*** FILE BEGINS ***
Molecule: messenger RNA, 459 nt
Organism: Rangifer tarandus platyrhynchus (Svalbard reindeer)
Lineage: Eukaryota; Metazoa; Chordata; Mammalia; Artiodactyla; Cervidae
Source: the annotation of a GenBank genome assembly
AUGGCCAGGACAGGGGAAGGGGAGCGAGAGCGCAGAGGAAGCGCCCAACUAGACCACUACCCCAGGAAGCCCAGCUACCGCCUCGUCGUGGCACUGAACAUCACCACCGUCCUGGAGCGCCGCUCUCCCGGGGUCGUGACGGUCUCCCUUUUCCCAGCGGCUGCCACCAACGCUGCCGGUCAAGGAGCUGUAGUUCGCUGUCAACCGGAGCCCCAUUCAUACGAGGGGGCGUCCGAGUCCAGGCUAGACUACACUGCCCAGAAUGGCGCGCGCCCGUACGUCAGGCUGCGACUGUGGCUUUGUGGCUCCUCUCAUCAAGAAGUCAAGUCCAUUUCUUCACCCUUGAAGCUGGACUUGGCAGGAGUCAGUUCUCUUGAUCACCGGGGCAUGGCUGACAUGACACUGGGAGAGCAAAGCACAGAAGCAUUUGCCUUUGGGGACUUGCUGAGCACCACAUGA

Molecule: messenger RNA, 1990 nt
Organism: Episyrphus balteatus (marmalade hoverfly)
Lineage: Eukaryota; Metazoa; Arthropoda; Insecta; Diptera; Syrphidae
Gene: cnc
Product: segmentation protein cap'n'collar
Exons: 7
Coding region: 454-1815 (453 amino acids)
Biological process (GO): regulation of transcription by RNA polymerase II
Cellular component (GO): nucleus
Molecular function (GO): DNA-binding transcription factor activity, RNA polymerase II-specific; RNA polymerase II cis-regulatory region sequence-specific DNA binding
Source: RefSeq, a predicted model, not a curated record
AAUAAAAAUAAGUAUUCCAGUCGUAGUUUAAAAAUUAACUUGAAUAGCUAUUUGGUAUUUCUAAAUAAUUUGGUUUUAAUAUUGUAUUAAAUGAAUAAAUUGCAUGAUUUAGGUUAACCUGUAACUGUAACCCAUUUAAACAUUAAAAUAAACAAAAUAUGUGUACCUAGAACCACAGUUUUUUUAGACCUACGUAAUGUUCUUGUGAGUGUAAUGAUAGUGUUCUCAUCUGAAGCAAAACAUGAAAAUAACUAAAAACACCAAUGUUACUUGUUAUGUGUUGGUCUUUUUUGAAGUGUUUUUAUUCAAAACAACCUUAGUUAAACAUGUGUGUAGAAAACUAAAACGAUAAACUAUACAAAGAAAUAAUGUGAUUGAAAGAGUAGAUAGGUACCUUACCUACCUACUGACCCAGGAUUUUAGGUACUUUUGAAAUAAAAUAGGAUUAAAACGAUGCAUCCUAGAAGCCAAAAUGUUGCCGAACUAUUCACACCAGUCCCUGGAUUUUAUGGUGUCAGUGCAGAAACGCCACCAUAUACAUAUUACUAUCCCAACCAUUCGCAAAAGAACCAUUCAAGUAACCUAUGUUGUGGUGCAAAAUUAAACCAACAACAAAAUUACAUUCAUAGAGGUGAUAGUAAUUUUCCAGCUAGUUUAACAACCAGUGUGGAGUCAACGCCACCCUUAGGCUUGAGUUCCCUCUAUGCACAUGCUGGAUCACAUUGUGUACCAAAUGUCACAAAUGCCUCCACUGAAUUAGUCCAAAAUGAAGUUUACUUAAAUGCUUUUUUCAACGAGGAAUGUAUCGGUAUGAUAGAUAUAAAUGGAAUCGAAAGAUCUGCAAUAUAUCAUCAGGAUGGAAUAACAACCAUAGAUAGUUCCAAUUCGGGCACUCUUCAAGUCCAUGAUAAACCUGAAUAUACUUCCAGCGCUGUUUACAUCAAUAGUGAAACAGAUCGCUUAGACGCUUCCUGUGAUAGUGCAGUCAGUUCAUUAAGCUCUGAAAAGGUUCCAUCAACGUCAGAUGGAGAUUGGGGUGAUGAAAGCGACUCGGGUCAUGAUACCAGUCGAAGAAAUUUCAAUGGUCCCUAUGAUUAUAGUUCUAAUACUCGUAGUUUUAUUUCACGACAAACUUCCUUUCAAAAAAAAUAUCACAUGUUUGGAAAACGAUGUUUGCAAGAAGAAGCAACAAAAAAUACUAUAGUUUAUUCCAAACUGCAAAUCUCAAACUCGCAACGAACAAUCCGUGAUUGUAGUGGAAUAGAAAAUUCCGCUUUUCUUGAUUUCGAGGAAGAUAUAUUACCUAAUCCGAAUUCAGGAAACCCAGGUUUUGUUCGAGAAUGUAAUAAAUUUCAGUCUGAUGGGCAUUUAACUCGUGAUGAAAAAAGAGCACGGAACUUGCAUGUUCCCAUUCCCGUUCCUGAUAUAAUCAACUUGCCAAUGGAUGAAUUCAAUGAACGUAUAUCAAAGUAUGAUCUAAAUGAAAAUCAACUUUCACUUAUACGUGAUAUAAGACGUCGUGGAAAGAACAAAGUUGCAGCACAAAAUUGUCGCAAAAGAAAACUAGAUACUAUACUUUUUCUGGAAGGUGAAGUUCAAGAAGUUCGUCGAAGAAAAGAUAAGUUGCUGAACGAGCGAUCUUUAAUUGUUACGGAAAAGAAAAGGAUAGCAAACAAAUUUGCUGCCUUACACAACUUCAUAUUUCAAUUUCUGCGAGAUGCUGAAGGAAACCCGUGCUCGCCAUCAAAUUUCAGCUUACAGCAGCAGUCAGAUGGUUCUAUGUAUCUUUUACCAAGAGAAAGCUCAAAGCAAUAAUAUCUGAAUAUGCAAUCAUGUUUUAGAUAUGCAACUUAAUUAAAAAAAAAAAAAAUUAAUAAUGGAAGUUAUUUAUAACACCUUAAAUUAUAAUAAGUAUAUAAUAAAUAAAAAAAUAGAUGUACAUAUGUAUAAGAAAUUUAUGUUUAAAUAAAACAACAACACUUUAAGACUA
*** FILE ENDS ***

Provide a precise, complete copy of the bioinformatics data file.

Molecule: messenger RNA, 459 nt
Organism: Rangifer tarandus platyrhynchus (Svalbard reindeer)
Lineage: Eukaryota; Metazoa; Chordata; Mammalia; Artiodactyla; Cervidae
Source: the annotation of a GenBank genome assembly
AUGGCCAGGACAGGGGAAGGGGAGCGAGAGCGCAGAGGAAGCGCCCAACUAGACCACUACCCCAGGAAGCCCAGCUACCGCCUCGUCGUGGCACUGAACAUCACCACCGUCCUGGAGCGCCGCUCUCCCGGGGUCGUGACGGUCUCCCUUUUCCCAGCGGCUGCCACCAACGCUGCCGGUCAAGGAGCUGUAGUUCGCUGUCAACCGGAGCCCCAUUCAUACGAGGGGGCGUCCGAGUCCAGGCUAGACUACACUGCCCAGAAUGGCGCGCGCCCGUACGUCAGGCUGCGACUGUGGCUUUGUGGCUCCUCUCAUCAAGAAGUCAAGUCCAUUUCUUCACCCUUGAAGCUGGACUUGGCAGGAGUCAGUUCUCUUGAUCACCGGGGCAUGGCUGACAUGACACUGGGAGAGCAAAGCACAGAAGCAUUUGCCUUUGGGGACUUGCUGAGCACCACAUGA

Molecule: messenger RNA, 1990 nt
Organism: Episyrphus balteatus (marmalade hoverfly)
Lineage: Eukaryota; Metazoa; Arthropoda; Insecta; Diptera; Syrphidae
Gene: cnc
Product: segmentation protein cap'n'collar
Exons: 7
Coding region: 454-1815 (453 amino acids)
Biological process (GO): regulation of transcription by RNA polymerase II
Cellular component (GO): nucleus
Molecular function (GO): DNA-binding transcription factor activity, RNA polymerase II-specific; RNA polymerase II cis-regulatory region sequence-specific DNA binding
Source: RefSeq, a predicted model, not a curated record
AAUAAAAAUAAGUAUUCCAGUCGUAGUUUAAAAAUUAACUUGAAUAGCUAUUUGGUAUUUCUAAAUAAUUUGGUUUUAAUAUUGUAUUAAAUGAAUAAAUUGCAUGAUUUAGGUUAACCUGUAACUGUAACCCAUUUAAACAUUAAAAUAAACAAAAUAUGUGUACCUAGAACCACAGUUUUUUUAGACCUACGUAAUGUUCUUGUGAGUGUAAUGAUAGUGUUCUCAUCUGAAGCAAAACAUGAAAAUAACUAAAAACACCAAUGUUACUUGUUAUGUGUUGGUCUUUUUUGAAGUGUUUUUAUUCAAAACAACCUUAGUUAAACAUGUGUGUAGAAAACUAAAACGAUAAACUAUACAAAGAAAUAAUGUGAUUGAAAGAGUAGAUAGGUACCUUACCUACCUACUGACCCAGGAUUUUAGGUACUUUUGAAAUAAAAUAGGAUUAAAACGAUGCAUCCUAGAAGCCAAAAUGUUGCCGAACUAUUCACACCAGUCCCUGGAUUUUAUGGUGUCAGUGCAGAAACGCCACCAUAUACAUAUUACUAUCCCAACCAUUCGCAAAAGAACCAUUCAAGUAACCUAUGUUGUGGUGCAAAAUUAAACCAACAACAAAAUUACAUUCAUAGAGGUGAUAGUAAUUUUCCAGCUAGUUUAACAACCAGUGUGGAGUCAACGCCACCCUUAGGCUUGAGUUCCCUCUAUGCACAUGCUGGAUCACAUUGUGUACCAAAUGUCACAAAUGCCUCCACUGAAUUAGUCCAAAAUGAAGUUUACUUAAAUGCUUUUUUCAACGAGGAAUGUAUCGGUAUGAUAGAUAUAAAUGGAAUCGAAAGAUCUGCAAUAUAUCAUCAGGAUGGAAUAACAACCAUAGAUAGUUCCAAUUCGGGCACUCUUCAAGUCCAUGAUAAACCUGAAUAUACUUCCAGCGCUGUUUACAUCAAUAGUGAAACAGAUCGCUUAGACGCUUCCUGUGAUAGUGCAGUCAGUUCAUUAAGCUCUGAAAAGGUUCCAUCAACGUCAGAUGGAGAUUGGGGUGAUGAAAGCGACUCGGGUCAUGAUACCAGUCGAAGAAAUUUCAAUGGUCCCUAUGAUUAUAGUUCUAAUACUCGUAGUUUUAUUUCACGACAAACUUCCUUUCAAAAAAAAUAUCACAUGUUUGGAAAACGAUGUUUGCAAGAAGAAGCAACAAAAAAUACUAUAGUUUAUUCCAAACUGCAAAUCUCAAACUCGCAACGAACAAUCCGUGAUUGUAGUGGAAUAGAAAAUUCCGCUUUUCUUGAUUUCGAGGAAGAUAUAUUACCUAAUCCGAAUUCAGGAAACCCAGGUUUUGUUCGAGAAUGUAAUAAAUUUCAGUCUGAUGGGCAUUUAACUCGUGAUGAAAAAAGAGCACGGAACUUGCAUGUUCCCAUUCCCGUUCCUGAUAUAAUCAACUUGCCAAUGGAUGAAUUCAAUGAACGUAUAUCAAAGUAUGAUCUAAAUGAAAAUCAACUUUCACUUAUACGUGAUAUAAGACGUCGUGGAAAGAACAAAGUUGCAGCACAAAAUUGUCGCAAAAGAAAACUAGAUACUAUACUUUUUCUGGAAGGUGAAGUUCAAGAAGUUCGUCGAAGAAAAGAUAAGUUGCUGAACGAGCGAUCUUUAAUUGUUACGGAAAAGAAAAGGAUAGCAAACAAAUUUGCUGCCUUACACAACUUCAUAUUUCAAUUUCUGCGAGAUGCUGAAGGAAACCCGUGCUCGCCAUCAAAUUUCAGCUUACAGCAGCAGUCAGAUGGUUCUAUGUAUCUUUUACCAAGAGAAAGCUCAAAGCAAUAAUAUCUGAAUAUGCAAUCAUGUUUUAGAUAUGCAACUUAAUUAAAAAAAAAAAAAAUUAAUAAUGGAAGUUAUUUAUAACACCUUAAAUUAUAAUAAGUAUAUAAUAAAUAAAAAAAUAGAUGUACAUAUGUAUAAGAAAUUUAUGUUUAAAUAAAACAACAACACUUUAAGACUA